- Science & Tech
- On the Menu
Go to Admin » Appearance » Widgets » and move Gabfire Widget: Social into that MastheadOverlay zone
Next school year, UCSB and every other UC campus will begin classes on Oct. 2, rather than in September, and winter break will be just two weeks long, with the changes being made to avoid conflict between the University’s academic calendar and Jewish holidays, according to UC officials.
The new calendar lengthens summer vacation and shortens winter break in order to avoid having classes overlap with the High Holy Days of Rosh Hashanah and Yom Kippur. It follows a university-wide policy established in 2007 to avoid having instructional periods on religious holidays. However, only UC campuses using the quarter system will be affected, meaning UC Berkeley and Merced — which both use the semester system — will maintain their current schedules. Now, UC students are passing around an online petition that requests reversing the decision and actually lengthening winter break. The petition has already garnered 22,000 signatures.
Office of the President Spokesperson Brooke Converse said the religious holiday policy was created by the UC Office of the President, but the academic calendar itself is created by the Registrar’s Office at each campus. Converse said the scheduling change is not permanent, and previous changes have been made for Muslim holidays as well.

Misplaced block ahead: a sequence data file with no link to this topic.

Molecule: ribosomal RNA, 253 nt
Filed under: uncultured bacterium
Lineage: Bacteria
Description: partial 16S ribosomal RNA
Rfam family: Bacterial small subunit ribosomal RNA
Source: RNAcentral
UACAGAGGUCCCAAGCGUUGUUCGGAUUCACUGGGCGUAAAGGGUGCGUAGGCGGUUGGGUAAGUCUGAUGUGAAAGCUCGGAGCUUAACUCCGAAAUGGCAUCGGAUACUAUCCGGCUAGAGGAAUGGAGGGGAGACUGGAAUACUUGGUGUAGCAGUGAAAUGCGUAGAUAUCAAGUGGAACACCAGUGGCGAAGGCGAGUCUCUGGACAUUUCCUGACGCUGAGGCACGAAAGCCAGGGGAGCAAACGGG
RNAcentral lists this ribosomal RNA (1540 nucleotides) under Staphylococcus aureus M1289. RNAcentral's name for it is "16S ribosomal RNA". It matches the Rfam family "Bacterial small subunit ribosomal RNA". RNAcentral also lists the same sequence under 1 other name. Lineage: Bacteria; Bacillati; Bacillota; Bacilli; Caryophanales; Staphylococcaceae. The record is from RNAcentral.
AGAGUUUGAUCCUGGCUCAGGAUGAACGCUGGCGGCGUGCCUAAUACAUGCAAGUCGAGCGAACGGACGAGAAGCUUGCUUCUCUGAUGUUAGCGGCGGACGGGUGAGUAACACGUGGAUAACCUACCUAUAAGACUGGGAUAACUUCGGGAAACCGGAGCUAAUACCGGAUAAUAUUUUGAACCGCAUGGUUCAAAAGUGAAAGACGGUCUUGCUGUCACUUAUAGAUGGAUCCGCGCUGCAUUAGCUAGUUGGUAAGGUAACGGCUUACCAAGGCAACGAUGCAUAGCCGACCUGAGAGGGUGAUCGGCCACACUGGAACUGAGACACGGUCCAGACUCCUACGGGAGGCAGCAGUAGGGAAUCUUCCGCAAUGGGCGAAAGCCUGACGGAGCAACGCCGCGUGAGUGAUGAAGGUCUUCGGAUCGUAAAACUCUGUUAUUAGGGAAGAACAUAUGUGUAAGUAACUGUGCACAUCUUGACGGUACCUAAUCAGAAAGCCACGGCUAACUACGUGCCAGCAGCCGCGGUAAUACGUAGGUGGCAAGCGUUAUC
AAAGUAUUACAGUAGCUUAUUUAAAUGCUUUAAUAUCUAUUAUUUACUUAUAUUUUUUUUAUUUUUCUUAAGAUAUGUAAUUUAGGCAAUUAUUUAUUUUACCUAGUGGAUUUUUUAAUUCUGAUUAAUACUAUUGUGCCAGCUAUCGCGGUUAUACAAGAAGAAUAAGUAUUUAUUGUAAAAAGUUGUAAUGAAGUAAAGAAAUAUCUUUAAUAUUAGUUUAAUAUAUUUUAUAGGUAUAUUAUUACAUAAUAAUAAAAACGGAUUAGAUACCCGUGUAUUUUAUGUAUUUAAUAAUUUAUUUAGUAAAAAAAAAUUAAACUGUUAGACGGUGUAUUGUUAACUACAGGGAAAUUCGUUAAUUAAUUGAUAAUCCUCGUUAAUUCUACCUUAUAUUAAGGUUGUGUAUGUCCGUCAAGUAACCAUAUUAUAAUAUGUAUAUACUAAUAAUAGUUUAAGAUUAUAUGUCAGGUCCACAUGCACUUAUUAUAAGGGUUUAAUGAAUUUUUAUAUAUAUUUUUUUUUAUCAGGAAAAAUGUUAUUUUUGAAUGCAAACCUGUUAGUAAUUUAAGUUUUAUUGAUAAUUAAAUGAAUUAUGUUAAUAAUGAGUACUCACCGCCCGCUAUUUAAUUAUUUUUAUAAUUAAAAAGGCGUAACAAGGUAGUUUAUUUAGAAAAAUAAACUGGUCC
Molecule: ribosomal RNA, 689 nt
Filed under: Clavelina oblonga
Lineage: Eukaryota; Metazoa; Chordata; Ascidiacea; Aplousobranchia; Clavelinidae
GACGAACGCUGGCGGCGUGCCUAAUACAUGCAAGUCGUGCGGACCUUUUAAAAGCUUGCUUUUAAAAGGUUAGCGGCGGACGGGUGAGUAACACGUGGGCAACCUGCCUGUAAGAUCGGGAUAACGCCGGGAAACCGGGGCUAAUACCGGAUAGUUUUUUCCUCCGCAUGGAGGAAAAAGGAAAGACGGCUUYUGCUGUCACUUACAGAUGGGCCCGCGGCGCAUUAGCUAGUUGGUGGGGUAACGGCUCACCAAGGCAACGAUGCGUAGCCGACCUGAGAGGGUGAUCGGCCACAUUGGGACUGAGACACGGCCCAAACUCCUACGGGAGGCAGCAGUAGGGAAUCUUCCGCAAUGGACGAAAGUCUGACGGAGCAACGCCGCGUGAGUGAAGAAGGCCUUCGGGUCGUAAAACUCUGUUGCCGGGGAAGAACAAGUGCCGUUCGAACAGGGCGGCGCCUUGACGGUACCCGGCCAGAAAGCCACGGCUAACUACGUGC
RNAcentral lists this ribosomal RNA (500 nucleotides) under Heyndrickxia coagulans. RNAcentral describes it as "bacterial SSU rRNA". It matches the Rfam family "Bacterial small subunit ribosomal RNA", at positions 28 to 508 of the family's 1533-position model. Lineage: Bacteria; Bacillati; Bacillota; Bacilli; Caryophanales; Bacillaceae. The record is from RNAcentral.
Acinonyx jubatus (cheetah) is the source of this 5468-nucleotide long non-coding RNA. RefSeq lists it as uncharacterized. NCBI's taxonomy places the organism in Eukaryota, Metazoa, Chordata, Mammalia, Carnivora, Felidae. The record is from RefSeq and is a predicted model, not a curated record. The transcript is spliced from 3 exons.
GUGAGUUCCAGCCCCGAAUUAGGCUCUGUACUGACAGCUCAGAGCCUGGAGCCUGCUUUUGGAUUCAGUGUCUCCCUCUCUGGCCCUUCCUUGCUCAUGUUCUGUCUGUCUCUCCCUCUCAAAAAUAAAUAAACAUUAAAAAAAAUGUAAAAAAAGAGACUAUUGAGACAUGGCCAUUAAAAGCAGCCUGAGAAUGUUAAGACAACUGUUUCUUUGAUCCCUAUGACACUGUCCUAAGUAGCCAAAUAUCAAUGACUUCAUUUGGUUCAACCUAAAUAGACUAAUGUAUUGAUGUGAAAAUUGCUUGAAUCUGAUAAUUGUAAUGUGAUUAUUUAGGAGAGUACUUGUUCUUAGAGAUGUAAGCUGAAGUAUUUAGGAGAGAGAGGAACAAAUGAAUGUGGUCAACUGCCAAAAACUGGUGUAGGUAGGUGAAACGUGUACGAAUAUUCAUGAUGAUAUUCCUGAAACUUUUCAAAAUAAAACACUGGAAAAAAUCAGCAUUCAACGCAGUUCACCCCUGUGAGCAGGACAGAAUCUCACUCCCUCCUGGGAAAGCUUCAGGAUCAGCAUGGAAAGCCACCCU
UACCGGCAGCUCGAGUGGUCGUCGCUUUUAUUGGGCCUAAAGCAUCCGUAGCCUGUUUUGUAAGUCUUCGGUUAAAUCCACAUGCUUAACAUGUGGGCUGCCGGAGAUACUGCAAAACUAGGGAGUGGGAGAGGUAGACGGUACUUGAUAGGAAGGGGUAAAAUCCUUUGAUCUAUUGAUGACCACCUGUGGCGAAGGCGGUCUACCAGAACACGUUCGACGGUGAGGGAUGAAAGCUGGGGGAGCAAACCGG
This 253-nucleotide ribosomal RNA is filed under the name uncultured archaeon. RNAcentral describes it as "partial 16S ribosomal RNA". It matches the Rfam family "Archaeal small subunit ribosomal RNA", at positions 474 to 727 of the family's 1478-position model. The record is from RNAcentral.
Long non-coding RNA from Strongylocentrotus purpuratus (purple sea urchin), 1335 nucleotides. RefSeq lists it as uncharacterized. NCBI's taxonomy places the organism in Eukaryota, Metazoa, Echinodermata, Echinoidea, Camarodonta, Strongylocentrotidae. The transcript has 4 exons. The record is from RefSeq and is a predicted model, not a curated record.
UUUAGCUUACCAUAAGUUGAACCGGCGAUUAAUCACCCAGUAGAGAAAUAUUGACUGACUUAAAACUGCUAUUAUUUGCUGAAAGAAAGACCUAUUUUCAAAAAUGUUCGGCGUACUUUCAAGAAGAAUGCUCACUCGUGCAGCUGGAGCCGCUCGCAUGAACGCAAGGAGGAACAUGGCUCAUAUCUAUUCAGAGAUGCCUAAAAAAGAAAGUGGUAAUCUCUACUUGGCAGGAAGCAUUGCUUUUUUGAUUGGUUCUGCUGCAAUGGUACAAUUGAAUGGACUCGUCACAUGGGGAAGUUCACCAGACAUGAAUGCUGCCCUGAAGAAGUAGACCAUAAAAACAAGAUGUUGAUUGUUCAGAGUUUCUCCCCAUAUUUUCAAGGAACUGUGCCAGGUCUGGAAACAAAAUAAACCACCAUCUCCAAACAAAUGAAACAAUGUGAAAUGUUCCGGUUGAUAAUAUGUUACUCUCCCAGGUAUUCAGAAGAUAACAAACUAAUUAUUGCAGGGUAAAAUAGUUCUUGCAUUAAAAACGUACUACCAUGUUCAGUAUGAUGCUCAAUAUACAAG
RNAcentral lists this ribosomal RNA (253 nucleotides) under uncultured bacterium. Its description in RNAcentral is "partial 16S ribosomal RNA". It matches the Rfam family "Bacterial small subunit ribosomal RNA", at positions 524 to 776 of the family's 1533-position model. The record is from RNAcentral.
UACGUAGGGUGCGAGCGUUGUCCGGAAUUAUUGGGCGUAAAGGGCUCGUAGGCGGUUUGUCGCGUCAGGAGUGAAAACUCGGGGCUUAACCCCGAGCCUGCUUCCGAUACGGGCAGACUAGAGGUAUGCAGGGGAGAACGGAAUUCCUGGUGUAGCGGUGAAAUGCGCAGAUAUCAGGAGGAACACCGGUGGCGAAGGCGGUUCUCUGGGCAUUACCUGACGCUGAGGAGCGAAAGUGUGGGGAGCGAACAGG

“The campuses on the quarter system work together to find a calendar that will work with the various requirements. Some of those requirements include the religious holiday policy, the number of days of instruction required, residence hall turnover time and more,” Converse said in an e-mail.
The religious holiday policy was put into effect after former UC President Robert Dynes addressed the issue in a 2007 letter sent out to UC chancellors in June of that year.
“This policy is adopted by the University as a result of conflicts that have arisen over the years, including in the fall of 2006, between fall residence hall move-in days and the Jewish High Holy Days of Rosh Hashanah and Yom Kippur,” Dynes said in the letter.
According to Dynes, a solution was formed through efforts involving the “representatives of the Jewish community and members of the California Legislature.”
However, some students have reacted by passing around a petition, started by UC Davis student Alfredo Amaya, against the new scheduling change. The petition asks that the first day of instruction for Winter 2015 be moved from Jan. 5 to Jan. 12 and that the first day of instruction for Spring 2015 be moved from March 30 to April 6.
According to the letter, the proposed changes to accommodate the three-week winter break proposal will not disturb the UC’s goal of avoiding conflict with Rosh Hashanah and Yom Kippur and will simultaneously benefit students who utilize the break to “spend time with their friends and families,” “earn some extra money in order to help pay for school and living expenses” and “relax and rest [students’] mind and bodies in order to begin the following Winter and Spring Quarters.”
The petition letter is addressed to UC President Janet Napolitano and the UC Board of Regents and will need a total of 50,000 signatures to reach consideration by university officials.